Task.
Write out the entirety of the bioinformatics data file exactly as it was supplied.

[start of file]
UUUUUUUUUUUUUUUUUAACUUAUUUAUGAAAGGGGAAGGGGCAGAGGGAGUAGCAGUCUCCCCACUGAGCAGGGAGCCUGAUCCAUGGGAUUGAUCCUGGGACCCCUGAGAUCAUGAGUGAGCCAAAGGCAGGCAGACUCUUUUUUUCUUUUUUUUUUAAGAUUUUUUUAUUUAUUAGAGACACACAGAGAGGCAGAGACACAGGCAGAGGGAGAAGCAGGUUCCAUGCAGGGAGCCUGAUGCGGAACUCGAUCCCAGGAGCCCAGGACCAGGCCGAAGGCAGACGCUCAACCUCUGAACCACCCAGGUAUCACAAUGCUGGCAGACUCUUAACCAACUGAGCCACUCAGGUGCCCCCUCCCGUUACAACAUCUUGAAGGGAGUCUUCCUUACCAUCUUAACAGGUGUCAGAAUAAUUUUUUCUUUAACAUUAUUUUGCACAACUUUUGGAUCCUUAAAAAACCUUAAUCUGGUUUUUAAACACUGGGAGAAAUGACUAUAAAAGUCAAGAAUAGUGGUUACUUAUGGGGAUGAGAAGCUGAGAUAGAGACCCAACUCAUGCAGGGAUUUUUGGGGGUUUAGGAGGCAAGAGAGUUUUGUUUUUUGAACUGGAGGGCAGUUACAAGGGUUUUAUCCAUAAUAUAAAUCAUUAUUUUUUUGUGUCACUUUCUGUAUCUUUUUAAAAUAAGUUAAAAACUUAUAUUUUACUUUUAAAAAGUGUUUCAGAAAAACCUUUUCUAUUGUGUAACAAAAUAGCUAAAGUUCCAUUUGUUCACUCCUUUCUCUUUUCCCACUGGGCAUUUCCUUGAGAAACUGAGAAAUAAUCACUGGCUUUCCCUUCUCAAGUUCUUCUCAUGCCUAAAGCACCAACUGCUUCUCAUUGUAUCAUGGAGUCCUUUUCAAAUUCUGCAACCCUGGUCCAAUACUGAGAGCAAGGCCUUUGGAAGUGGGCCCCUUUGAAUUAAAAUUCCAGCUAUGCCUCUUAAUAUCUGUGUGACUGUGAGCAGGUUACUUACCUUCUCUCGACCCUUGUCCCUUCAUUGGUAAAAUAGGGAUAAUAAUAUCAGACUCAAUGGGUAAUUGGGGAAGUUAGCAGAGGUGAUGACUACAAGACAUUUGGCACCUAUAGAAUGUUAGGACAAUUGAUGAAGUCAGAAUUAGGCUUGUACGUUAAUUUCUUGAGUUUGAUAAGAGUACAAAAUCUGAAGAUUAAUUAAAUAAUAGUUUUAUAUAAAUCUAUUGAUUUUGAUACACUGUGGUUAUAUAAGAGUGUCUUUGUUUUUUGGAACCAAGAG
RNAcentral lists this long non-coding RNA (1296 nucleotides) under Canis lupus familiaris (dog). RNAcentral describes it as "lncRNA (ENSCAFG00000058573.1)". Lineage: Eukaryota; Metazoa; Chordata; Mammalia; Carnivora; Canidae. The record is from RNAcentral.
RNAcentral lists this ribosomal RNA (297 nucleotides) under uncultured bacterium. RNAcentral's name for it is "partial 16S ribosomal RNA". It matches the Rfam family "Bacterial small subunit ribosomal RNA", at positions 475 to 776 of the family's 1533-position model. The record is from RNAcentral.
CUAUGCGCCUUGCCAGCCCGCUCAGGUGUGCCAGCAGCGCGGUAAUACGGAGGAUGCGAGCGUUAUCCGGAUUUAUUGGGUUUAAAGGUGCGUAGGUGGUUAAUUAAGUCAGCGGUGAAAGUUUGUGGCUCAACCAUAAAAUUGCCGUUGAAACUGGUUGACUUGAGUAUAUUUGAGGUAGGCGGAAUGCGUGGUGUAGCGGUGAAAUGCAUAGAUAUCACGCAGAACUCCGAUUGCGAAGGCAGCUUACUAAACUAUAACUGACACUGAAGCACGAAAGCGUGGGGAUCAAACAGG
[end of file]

UUUUUUUUUUUUUUUUUAACUUAUUUAUGAAAGGGGAAGGGGCAGAGGGAGUAGCAGUCUCCCCACUGAGCAGGGAGCCUGAUCCAUGGGAUUGAUCCUGGGACCCCUGAGAUCAUGAGUGAGCCAAAGGCAGGCAGACUCUUUUUUUCUUUUUUUUUUAAGAUUUUUUUAUUUAUUAGAGACACACAGAGAGGCAGAGACACAGGCAGAGGGAGAAGCAGGUUCCAUGCAGGGAGCCUGAUGCGGAACUCGAUCCCAGGAGCCCAGGACCAGGCCGAAGGCAGACGCUCAACCUCUGAACCACCCAGGUAUCACAAUGCUGGCAGACUCUUAACCAACUGAGCCACUCAGGUGCCCCCUCCCGUUACAACAUCUUGAAGGGAGUCUUCCUUACCAUCUUAACAGGUGUCAGAAUAAUUUUUUCUUUAACAUUAUUUUGCACAACUUUUGGAUCCUUAAAAAACCUUAAUCUGGUUUUUAAACACUGGGAGAAAUGACUAUAAAAGUCAAGAAUAGUGGUUACUUAUGGGGAUGAGAAGCUGAGAUAGAGACCCAACUCAUGCAGGGAUUUUUGGGGGUUUAGGAGGCAAGAGAGUUUUGUUUUUUGAACUGGAGGGCAGUUACAAGGGUUUUAUCCAUAAUAUAAAUCAUUAUUUUUUUGUGUCACUUUCUGUAUCUUUUUAAAAUAAGUUAAAAACUUAUAUUUUACUUUUAAAAAGUGUUUCAGAAAAACCUUUUCUAUUGUGUAACAAAAUAGCUAAAGUUCCAUUUGUUCACUCCUUUCUCUUUUCCCACUGGGCAUUUCCUUGAGAAACUGAGAAAUAAUCACUGGCUUUCCCUUCUCAAGUUCUUCUCAUGCCUAAAGCACCAACUGCUUCUCAUUGUAUCAUGGAGUCCUUUUCAAAUUCUGCAACCCUGGUCCAAUACUGAGAGCAAGGCCUUUGGAAGUGGGCCCCUUUGAAUUAAAAUUCCAGCUAUGCCUCUUAAUAUCUGUGUGACUGUGAGCAGGUUACUUACCUUCUCUCGACCCUUGUCCCUUCAUUGGUAAAAUAGGGAUAAUAAUAUCAGACUCAAUGGGUAAUUGGGGAAGUUAGCAGAGGUGAUGACUACAAGACAUUUGGCACCUAUAGAAUGUUAGGACAAUUGAUGAAGUCAGAAUUAGGCUUGUACGUUAAUUUCUUGAGUUUGAUAAGAGUACAAAAUCUGAAGAUUAAUUAAAUAAUAGUUUUAUAUAAAUCUAUUGAUUUUGAUACACUGUGGUUAUAUAAGAGUGUCUUUGUUUUUUGGAACCAAGAG
RNAcentral lists this long non-coding RNA (1296 nucleotides) under Canis lupus familiaris (dog). RNAcentral describes it as "lncRNA (ENSCAFG00000058573.1)". Lineage: Eukaryota; Metazoa; Chordata; Mammalia; Carnivora; Canidae. The record is from RNAcentral.
RNAcentral lists this ribosomal RNA (297 nucleotides) under uncultured bacterium. RNAcentral's name for it is "partial 16S ribosomal RNA". It matches the Rfam family "Bacterial small subunit ribosomal RNA", at positions 475 to 776 of the family's 1533-position model. The record is from RNAcentral.
CUAUGCGCCUUGCCAGCCCGCUCAGGUGUGCCAGCAGCGCGGUAAUACGGAGGAUGCGAGCGUUAUCCGGAUUUAUUGGGUUUAAAGGUGCGUAGGUGGUUAAUUAAGUCAGCGGUGAAAGUUUGUGGCUCAACCAUAAAAUUGCCGUUGAAACUGGUUGACUUGAGUAUAUUUGAGGUAGGCGGAAUGCGUGGUGUAGCGGUGAAAUGCAUAGAUAUCACGCAGAACUCCGAUUGCGAAGGCAGCUUACUAAACUAUAACUGACACUGAAGCACGAAAGCGUGGGGAUCAAACAGG